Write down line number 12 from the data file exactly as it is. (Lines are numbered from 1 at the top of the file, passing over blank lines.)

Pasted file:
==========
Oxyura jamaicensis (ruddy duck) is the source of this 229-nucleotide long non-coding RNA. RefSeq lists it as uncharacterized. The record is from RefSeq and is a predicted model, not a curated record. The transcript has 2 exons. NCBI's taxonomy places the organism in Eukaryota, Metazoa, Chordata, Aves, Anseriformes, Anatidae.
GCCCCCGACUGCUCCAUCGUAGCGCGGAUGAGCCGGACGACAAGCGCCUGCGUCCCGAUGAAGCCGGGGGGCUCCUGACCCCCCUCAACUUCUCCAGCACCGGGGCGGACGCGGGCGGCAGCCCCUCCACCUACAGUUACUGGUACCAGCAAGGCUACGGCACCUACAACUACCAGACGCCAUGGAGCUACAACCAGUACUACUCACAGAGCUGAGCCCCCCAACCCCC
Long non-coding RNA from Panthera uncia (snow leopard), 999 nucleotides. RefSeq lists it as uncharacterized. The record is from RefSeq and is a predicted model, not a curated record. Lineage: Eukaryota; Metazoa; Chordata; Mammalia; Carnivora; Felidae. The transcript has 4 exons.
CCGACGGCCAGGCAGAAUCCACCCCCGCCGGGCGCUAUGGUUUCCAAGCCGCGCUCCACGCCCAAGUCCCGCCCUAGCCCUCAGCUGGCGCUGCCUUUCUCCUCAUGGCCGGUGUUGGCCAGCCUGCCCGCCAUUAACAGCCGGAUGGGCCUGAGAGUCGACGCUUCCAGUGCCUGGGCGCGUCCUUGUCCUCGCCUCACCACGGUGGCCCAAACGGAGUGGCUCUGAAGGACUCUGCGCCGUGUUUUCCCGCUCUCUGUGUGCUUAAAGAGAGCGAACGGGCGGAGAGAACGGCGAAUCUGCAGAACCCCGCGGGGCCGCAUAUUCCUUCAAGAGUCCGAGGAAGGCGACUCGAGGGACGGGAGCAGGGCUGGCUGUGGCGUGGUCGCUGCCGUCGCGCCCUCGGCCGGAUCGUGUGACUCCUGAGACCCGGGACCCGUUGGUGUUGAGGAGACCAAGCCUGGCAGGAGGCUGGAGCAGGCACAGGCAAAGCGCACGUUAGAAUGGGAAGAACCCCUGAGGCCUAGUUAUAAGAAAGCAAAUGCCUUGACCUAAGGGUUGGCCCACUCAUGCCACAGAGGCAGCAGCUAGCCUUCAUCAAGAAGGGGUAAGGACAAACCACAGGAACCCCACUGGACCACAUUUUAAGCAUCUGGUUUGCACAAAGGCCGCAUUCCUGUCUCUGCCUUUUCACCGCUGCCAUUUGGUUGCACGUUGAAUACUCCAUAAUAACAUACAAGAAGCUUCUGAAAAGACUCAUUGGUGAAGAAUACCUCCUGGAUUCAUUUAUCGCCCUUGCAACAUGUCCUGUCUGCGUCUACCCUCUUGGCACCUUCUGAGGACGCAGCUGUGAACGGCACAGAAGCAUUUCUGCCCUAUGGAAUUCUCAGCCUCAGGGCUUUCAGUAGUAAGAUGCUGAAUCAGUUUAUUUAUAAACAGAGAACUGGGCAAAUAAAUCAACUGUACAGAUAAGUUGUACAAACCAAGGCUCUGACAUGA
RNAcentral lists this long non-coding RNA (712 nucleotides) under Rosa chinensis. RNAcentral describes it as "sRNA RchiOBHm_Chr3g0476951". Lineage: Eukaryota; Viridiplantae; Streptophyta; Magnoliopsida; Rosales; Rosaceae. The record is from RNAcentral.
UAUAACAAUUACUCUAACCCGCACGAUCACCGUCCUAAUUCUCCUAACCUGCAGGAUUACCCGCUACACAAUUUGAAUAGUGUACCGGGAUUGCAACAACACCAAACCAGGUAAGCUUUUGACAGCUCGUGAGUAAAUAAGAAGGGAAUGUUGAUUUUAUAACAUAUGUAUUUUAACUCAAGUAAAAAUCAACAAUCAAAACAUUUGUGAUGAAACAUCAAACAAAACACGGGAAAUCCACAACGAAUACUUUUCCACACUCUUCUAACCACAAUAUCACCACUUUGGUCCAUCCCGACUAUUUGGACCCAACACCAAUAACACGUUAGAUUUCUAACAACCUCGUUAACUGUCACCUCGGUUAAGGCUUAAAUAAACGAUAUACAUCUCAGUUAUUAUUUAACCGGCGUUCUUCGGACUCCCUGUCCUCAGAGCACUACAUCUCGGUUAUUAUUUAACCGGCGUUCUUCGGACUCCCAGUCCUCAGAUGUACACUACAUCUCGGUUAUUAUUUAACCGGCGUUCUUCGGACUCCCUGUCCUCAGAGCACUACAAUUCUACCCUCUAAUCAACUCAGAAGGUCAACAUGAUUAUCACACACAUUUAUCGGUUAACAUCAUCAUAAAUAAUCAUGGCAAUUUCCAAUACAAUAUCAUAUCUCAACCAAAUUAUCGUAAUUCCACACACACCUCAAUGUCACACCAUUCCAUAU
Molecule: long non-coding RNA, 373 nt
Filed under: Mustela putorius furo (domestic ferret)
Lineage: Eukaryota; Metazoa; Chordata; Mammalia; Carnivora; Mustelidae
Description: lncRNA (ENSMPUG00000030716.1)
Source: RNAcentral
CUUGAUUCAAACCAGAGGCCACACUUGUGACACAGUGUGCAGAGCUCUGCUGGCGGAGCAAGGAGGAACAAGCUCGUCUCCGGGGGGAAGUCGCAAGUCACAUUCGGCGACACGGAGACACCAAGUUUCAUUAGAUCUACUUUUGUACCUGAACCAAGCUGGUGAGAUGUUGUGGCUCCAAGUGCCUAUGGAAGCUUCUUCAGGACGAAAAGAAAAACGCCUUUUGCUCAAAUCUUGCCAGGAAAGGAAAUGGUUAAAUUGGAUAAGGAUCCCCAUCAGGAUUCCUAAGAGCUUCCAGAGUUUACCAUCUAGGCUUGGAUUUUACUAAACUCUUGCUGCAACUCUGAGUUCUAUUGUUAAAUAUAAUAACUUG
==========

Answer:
CUUGAUUCAAACCAGAGGCCACACUUGUGACACAGUGUGCAGAGCUCUGCUGGCGGAGCAAGGAGGAACAAGCUCGUCUCCGGGGGGAAGUCGCAAGUCACAUUCGGCGACACGGAGACACCAAGUUUCAUUAGAUCUACUUUUGUACCUGAACCAAGCUGGUGAGAUGUUGUGGCUCCAAGUGCCUAUGGAAGCUUCUUCAGGACGAAAAGAAAAACGCCUUUUGCUCAAAUCUUGCCAGGAAAGGAAAUGGUUAAAUUGGAUAAGGAUCCCCAUCAGGAUUCCUAAGAGCUUCCAGAGUUUACCAUCUAGGCUUGGAUUUUACUAAACUCUUGCUGCAACUCUGAGUUCUAUUGUUAAAUAUAAUAACUUG